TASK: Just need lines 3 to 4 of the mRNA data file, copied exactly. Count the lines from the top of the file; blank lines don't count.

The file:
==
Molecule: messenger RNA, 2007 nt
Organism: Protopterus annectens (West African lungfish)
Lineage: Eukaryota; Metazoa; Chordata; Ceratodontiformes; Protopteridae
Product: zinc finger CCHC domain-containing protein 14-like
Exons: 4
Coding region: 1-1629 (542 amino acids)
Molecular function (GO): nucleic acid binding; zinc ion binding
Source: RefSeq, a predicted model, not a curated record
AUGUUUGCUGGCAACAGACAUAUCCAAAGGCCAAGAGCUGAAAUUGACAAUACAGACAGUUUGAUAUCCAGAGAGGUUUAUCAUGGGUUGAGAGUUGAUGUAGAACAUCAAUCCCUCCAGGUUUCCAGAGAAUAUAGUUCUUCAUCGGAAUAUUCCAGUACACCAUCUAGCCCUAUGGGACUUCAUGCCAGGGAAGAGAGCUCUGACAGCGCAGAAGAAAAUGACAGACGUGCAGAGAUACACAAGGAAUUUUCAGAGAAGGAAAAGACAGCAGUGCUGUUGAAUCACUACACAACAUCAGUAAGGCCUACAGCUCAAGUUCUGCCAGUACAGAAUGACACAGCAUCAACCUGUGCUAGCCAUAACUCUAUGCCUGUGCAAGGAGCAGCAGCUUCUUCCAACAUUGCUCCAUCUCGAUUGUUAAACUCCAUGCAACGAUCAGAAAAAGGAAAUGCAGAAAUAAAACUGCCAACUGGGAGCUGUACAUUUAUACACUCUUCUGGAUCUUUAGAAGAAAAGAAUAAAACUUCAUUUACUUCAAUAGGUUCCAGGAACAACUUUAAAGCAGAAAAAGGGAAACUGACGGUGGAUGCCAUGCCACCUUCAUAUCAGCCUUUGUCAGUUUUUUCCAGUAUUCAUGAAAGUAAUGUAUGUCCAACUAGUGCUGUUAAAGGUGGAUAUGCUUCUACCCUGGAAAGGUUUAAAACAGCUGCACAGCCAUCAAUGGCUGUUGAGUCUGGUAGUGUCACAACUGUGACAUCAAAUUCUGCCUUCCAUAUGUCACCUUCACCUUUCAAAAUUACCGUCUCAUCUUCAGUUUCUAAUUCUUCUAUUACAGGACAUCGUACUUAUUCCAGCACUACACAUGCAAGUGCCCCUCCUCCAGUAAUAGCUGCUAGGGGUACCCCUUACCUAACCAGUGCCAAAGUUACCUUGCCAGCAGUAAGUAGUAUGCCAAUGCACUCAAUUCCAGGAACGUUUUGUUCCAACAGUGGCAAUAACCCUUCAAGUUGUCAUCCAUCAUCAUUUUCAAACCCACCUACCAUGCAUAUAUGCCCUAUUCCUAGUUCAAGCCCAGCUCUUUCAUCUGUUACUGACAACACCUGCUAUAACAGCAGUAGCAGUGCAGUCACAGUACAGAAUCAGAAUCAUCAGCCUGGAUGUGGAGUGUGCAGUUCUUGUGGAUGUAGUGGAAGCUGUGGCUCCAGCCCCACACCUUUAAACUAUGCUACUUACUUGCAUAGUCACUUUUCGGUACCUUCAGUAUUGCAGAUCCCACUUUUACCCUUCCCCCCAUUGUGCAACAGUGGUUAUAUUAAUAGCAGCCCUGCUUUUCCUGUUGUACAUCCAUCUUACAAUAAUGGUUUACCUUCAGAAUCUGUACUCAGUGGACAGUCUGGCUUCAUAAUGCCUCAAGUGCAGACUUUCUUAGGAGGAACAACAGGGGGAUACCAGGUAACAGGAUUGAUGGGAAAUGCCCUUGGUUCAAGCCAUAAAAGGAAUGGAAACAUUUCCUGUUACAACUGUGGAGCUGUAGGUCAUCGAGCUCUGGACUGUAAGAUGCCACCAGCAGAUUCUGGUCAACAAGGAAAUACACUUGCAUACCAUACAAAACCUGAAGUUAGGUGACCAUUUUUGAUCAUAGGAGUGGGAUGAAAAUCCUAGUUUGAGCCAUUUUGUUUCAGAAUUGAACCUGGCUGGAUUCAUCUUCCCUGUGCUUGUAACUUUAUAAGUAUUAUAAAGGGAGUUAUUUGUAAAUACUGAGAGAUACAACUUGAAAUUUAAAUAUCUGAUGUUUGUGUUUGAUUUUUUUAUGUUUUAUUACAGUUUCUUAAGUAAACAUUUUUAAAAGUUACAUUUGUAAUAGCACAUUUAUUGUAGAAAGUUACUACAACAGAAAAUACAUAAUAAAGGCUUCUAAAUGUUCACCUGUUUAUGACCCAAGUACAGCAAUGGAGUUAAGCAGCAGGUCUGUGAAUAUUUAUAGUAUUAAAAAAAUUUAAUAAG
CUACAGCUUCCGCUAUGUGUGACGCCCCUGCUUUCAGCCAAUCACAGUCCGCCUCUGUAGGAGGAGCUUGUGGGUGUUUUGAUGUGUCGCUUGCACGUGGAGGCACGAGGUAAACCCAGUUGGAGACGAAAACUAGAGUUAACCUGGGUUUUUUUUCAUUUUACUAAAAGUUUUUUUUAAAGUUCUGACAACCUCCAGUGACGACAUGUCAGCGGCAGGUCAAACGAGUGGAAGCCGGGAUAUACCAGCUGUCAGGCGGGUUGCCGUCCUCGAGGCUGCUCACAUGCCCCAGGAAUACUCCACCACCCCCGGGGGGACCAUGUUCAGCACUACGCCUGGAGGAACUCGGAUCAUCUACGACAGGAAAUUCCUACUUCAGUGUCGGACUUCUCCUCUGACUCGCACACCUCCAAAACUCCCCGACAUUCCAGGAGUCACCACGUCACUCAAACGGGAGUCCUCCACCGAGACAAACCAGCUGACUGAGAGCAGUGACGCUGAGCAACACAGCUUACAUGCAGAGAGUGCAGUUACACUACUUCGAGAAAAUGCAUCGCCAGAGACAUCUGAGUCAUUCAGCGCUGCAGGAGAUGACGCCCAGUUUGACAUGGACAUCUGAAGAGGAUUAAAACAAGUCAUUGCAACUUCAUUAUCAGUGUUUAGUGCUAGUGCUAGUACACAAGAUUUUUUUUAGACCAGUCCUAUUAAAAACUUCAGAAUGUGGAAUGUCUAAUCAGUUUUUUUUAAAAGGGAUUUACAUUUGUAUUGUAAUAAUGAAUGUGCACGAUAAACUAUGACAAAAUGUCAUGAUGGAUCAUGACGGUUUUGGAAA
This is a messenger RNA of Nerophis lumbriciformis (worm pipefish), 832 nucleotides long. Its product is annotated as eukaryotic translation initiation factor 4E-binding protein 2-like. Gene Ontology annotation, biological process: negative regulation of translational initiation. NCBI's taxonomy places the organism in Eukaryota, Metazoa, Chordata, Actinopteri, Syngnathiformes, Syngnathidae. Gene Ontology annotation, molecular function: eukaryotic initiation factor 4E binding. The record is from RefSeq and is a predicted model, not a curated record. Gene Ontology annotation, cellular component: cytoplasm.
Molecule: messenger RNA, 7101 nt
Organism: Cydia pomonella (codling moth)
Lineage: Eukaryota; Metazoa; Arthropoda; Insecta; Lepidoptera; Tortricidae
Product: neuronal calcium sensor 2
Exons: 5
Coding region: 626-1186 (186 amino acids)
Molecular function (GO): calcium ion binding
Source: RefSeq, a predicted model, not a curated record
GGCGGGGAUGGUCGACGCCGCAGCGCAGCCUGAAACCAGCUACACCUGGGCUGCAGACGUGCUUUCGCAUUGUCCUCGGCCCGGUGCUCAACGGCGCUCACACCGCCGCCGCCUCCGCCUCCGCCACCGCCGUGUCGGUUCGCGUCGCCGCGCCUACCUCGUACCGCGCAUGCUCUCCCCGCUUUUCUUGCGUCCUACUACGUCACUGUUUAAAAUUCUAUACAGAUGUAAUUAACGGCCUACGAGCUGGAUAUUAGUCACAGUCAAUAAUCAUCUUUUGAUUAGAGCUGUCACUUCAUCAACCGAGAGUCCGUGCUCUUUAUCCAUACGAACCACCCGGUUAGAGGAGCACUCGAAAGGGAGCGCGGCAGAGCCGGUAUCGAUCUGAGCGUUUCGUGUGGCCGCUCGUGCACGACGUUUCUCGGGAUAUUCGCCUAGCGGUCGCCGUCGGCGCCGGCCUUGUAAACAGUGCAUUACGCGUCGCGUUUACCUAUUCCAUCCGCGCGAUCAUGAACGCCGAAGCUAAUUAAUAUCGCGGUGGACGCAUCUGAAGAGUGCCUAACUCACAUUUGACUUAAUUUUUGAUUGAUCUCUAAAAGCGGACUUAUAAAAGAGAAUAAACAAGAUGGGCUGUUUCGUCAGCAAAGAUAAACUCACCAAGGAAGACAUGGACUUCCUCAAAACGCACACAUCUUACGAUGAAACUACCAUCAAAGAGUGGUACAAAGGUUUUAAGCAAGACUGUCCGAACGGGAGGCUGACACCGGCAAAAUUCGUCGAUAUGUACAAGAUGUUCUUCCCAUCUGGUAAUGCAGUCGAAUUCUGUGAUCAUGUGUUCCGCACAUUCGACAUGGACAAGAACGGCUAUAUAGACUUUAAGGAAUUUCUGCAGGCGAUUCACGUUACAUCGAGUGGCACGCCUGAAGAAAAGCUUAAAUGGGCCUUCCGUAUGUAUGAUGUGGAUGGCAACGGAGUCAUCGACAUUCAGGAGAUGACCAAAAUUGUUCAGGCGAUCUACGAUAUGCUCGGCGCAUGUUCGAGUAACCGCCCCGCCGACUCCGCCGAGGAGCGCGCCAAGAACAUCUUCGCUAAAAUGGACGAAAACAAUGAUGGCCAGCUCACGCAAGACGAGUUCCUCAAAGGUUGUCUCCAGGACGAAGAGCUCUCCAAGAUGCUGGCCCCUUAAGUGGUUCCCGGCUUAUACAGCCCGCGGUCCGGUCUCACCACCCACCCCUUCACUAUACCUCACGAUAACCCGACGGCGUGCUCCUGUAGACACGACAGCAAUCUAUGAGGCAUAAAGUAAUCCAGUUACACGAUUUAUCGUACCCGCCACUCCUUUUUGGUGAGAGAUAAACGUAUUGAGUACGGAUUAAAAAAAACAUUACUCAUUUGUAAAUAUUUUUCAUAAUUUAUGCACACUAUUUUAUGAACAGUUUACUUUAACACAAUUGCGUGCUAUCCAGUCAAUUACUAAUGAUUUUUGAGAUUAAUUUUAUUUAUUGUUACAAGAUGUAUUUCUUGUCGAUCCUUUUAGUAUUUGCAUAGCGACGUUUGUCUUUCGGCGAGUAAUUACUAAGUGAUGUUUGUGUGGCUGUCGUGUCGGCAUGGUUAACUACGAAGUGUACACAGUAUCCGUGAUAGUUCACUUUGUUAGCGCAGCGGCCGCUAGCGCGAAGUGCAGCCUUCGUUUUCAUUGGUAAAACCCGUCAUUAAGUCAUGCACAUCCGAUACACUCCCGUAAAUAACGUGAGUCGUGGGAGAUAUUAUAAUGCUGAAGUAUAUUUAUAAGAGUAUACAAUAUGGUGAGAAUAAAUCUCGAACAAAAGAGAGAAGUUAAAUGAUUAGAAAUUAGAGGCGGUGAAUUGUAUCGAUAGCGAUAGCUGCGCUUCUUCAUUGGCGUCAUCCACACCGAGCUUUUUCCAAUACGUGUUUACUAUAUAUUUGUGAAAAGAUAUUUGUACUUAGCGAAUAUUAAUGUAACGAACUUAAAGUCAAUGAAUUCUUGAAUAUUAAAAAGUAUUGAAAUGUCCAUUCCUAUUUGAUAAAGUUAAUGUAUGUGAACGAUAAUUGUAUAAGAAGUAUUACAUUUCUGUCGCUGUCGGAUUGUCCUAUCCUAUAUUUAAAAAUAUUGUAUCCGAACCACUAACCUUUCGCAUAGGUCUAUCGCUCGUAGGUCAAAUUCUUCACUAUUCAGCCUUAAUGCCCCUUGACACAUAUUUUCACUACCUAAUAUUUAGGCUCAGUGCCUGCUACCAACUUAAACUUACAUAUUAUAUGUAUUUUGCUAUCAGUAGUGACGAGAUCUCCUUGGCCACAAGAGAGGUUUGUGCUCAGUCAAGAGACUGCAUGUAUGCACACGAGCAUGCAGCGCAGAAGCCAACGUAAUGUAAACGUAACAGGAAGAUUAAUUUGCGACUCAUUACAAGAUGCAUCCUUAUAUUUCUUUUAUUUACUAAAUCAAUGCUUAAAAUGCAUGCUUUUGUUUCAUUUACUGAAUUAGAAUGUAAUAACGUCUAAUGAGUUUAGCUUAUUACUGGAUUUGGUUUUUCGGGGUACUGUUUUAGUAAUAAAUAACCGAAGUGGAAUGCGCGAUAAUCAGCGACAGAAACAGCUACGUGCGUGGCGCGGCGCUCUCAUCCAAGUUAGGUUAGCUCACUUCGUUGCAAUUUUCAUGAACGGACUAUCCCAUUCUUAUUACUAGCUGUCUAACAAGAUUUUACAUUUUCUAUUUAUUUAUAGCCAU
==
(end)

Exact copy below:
Lineage: Eukaryota; Metazoa; Chordata; Ceratodontiformes; Protopteridae
Product: zinc finger CCHC domain-containing protein 14-like